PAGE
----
Conversion to Christianity
The systematic explorations of the 18th century were stimulated by the need for raw materials and markets as the Industrial Revolution took hold in Europe. After the American Revolution, much of Britain's colonizing energy was deflected toward Africa, India, and the Pacific. This gave them an early lead, but France and the U.S. weren't far behind.
As trade with China developed in the late 18th and early 19th centuries, Europeans combed the Pacific for products to sell to the Chinese. A very profitable triangular pattern of trade developed, in which European ships traded the islanders cheap whiskey, muskets, and glass beads for sandalwood, bêche-de-mer (sea cucumbers), pearls, and turtle shell, which were then sold to the Chinese for silk, tea, and porcelain. Ruffian whalers, sealers, and individual beachcombers flooded in. Most were unsavory characters who acted as mercenaries or advisers to local chiefs, but two, William Mariner and Herman Melville, left valuable accounts of early Polynesia.
After the easily exploited resources were depleted, white traders and planters arrived to establish posts and to create copra and cotton plantations on the finest land. Missionaries came to "civilize" the natives by teaching that all their customs—cannibalism, warring with their neighbors, having more than one wife, wearing leaves instead of clothes, dancing, drinking kava, chewing betel nut, etc.—were wrong. They taught hard work, shame, thrift, abstention, and obedience. Tribespeople now had to wear sweaty, rain-soaked, germ-carrying garments of European design. Men dressed in singlets and trousers, and the women in Mother Hubbards, one-piece smocks trailing along the ground. To clothe themselves and build churches required money, obtained only by working as laborers on European plantations or producing a surplus of goods to sell to European traders. In many instances this austere, harsh Christianity was grafted onto the numerous taboo systems of the Pacific.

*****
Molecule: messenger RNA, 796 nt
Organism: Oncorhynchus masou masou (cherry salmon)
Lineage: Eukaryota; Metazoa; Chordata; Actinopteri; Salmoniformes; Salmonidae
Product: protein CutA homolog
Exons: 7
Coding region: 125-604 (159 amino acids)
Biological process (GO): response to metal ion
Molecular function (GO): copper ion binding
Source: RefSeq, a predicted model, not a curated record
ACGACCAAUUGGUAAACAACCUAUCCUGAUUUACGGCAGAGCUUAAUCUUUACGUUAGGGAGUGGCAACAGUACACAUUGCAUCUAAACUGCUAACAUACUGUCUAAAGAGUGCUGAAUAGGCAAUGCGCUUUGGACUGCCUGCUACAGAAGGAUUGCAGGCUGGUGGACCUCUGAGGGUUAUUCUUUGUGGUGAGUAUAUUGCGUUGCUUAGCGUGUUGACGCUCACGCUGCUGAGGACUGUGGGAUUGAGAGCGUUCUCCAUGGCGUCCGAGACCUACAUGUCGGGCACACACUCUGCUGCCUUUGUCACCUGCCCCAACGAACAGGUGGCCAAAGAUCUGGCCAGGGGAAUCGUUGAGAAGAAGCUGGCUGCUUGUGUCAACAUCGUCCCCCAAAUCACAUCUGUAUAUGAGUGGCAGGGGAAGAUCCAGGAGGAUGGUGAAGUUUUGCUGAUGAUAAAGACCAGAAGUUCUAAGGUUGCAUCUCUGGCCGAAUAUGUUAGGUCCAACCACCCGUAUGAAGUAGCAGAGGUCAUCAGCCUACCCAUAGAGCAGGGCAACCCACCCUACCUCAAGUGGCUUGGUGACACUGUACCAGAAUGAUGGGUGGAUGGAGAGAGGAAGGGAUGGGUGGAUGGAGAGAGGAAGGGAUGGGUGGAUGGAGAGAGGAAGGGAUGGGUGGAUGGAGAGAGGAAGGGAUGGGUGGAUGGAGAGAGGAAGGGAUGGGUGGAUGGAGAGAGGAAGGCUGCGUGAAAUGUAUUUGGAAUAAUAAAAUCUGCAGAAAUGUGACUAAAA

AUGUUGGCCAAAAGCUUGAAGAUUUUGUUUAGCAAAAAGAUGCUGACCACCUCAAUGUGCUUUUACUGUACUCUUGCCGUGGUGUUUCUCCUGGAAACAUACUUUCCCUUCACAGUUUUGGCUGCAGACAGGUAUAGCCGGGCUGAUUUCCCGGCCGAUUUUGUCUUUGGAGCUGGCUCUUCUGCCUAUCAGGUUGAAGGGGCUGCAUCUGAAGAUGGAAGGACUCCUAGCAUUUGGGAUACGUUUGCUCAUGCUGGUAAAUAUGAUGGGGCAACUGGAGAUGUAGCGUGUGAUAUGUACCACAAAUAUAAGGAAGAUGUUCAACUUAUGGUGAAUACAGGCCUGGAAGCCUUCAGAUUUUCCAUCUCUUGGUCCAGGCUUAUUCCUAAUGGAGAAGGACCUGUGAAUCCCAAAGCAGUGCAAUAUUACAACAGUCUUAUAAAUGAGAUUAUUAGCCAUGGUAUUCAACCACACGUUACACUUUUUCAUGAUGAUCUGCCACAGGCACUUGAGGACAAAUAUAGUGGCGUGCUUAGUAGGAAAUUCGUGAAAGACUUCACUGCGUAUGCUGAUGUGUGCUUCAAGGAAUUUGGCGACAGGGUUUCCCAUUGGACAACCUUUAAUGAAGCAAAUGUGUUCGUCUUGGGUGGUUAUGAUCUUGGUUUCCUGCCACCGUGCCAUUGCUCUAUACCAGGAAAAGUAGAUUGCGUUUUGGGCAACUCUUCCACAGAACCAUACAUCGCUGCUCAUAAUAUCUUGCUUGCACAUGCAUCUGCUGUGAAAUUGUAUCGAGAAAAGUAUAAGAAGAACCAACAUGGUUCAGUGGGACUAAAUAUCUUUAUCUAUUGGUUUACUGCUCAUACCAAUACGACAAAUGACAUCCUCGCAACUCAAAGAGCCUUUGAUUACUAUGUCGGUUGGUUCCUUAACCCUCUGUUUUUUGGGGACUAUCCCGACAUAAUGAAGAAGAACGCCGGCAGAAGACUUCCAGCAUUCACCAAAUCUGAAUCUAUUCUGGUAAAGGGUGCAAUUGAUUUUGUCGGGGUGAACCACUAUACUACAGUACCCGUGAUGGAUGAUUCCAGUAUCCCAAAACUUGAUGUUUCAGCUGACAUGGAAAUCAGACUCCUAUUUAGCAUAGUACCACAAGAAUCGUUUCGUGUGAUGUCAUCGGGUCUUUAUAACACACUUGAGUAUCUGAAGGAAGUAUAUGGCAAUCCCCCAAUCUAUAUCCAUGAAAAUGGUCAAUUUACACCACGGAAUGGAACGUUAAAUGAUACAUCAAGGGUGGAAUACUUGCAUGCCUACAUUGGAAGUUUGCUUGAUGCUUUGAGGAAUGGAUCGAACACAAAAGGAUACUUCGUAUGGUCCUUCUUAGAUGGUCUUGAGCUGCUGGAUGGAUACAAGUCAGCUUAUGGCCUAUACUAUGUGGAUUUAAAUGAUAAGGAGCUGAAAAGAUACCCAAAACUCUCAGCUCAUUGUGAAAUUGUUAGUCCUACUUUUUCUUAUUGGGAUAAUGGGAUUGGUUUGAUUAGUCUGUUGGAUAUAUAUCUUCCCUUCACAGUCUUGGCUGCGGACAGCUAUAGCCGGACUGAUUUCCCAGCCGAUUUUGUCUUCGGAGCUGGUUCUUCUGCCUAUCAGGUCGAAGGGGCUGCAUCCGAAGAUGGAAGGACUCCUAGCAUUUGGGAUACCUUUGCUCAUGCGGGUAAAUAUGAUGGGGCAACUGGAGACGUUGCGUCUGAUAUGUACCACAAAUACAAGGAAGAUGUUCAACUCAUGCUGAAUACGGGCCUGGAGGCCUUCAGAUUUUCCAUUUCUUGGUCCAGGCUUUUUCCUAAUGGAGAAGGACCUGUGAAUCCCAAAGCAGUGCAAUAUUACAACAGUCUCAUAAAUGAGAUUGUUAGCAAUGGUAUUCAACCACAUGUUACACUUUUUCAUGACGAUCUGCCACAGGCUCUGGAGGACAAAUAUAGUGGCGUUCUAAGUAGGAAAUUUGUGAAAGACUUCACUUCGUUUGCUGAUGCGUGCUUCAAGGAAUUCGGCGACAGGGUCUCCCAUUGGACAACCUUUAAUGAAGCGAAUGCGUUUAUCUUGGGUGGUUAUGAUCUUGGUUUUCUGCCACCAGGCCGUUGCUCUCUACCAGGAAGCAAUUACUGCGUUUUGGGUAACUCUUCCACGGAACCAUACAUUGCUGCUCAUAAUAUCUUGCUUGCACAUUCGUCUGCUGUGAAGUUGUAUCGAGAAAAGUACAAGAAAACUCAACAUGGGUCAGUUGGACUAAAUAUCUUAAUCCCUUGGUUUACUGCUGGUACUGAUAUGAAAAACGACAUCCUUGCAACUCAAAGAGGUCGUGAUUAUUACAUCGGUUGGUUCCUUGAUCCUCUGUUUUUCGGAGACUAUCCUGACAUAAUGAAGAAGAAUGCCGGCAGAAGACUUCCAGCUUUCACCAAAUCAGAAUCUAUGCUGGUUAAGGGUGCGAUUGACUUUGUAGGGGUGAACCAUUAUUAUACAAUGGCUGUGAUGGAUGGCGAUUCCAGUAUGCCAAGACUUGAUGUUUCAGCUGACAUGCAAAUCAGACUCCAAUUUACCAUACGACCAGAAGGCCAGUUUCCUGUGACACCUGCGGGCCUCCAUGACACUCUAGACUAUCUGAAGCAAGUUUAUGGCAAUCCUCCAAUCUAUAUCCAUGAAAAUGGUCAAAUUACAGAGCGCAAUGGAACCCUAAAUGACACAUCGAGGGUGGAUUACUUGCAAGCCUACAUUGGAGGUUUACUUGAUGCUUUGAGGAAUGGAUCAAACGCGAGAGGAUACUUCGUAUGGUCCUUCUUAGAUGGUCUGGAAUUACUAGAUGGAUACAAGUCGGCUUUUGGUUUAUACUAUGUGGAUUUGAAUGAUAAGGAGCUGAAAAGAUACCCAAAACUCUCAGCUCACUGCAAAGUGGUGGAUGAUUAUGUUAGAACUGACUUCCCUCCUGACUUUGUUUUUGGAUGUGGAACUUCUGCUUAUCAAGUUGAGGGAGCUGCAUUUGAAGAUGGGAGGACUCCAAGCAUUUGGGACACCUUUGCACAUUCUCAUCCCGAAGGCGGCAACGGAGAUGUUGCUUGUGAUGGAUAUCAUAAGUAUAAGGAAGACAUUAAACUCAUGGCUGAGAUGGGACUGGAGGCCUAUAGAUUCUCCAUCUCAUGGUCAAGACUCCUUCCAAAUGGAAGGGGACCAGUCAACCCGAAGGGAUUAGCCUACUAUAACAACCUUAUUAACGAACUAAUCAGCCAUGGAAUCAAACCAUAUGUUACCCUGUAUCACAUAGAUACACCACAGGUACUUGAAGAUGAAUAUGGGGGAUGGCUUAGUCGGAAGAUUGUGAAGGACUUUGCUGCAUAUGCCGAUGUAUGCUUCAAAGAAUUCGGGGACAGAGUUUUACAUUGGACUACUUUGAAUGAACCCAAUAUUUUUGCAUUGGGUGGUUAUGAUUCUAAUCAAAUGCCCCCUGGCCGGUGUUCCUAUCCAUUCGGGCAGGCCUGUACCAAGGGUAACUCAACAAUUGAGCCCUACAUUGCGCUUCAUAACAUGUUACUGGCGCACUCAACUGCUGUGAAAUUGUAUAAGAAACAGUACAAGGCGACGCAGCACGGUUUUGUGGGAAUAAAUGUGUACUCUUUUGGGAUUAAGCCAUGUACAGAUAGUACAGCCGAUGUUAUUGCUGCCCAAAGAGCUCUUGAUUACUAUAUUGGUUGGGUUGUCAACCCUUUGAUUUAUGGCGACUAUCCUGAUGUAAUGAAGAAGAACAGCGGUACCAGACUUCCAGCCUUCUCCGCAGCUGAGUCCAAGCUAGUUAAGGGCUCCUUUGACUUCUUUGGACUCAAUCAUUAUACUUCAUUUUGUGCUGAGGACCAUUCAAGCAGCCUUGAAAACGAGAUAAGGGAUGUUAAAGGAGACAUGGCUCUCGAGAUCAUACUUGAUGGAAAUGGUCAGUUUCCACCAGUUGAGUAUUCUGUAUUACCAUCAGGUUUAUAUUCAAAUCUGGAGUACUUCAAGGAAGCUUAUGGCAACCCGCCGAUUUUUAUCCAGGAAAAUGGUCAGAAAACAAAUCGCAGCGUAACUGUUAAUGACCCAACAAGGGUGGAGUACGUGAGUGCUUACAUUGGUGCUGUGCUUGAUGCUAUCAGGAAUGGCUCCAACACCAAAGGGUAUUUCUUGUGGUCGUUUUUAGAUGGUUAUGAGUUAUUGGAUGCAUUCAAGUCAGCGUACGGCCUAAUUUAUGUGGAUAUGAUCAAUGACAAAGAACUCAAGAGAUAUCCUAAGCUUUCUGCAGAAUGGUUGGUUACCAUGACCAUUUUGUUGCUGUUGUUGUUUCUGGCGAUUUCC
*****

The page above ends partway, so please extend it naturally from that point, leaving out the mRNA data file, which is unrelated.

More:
Members of the London Missionary Society arrived at Tahiti in 1797, though it was not until 1815 that they succeeded in converting the Tahitians. One famous LMS missionary, Rev. John Williams, spread Protestantism to the Cook Islands (1823) and Samoa (1830). Methodists were active in Tonga (1822) and Fiji (1835). The children of some of the European missionaries who "came to do good, stayed to do well" as merchants. Later, many islanders themselves became missionaries: some 1,200 of them left their homes to carry the word of God to other islands. The first Catholic priests arrived in Polynesia in 1834. They competed with the Protestants for influence and divided islands on religious grounds.
Due to the inhospitable environment and absence of a chiefly class, the conversion and commercialization of Melanesia was not carried out until several decades later. After the 1840s, islanders were kidnapped by "blackbirders," who sold them as slaves to planters in Fiji and Queensland. Worst were the Peruvians, who took 3,634 islanders to Peru in 1862 and 1863, of whom only 148 were returned.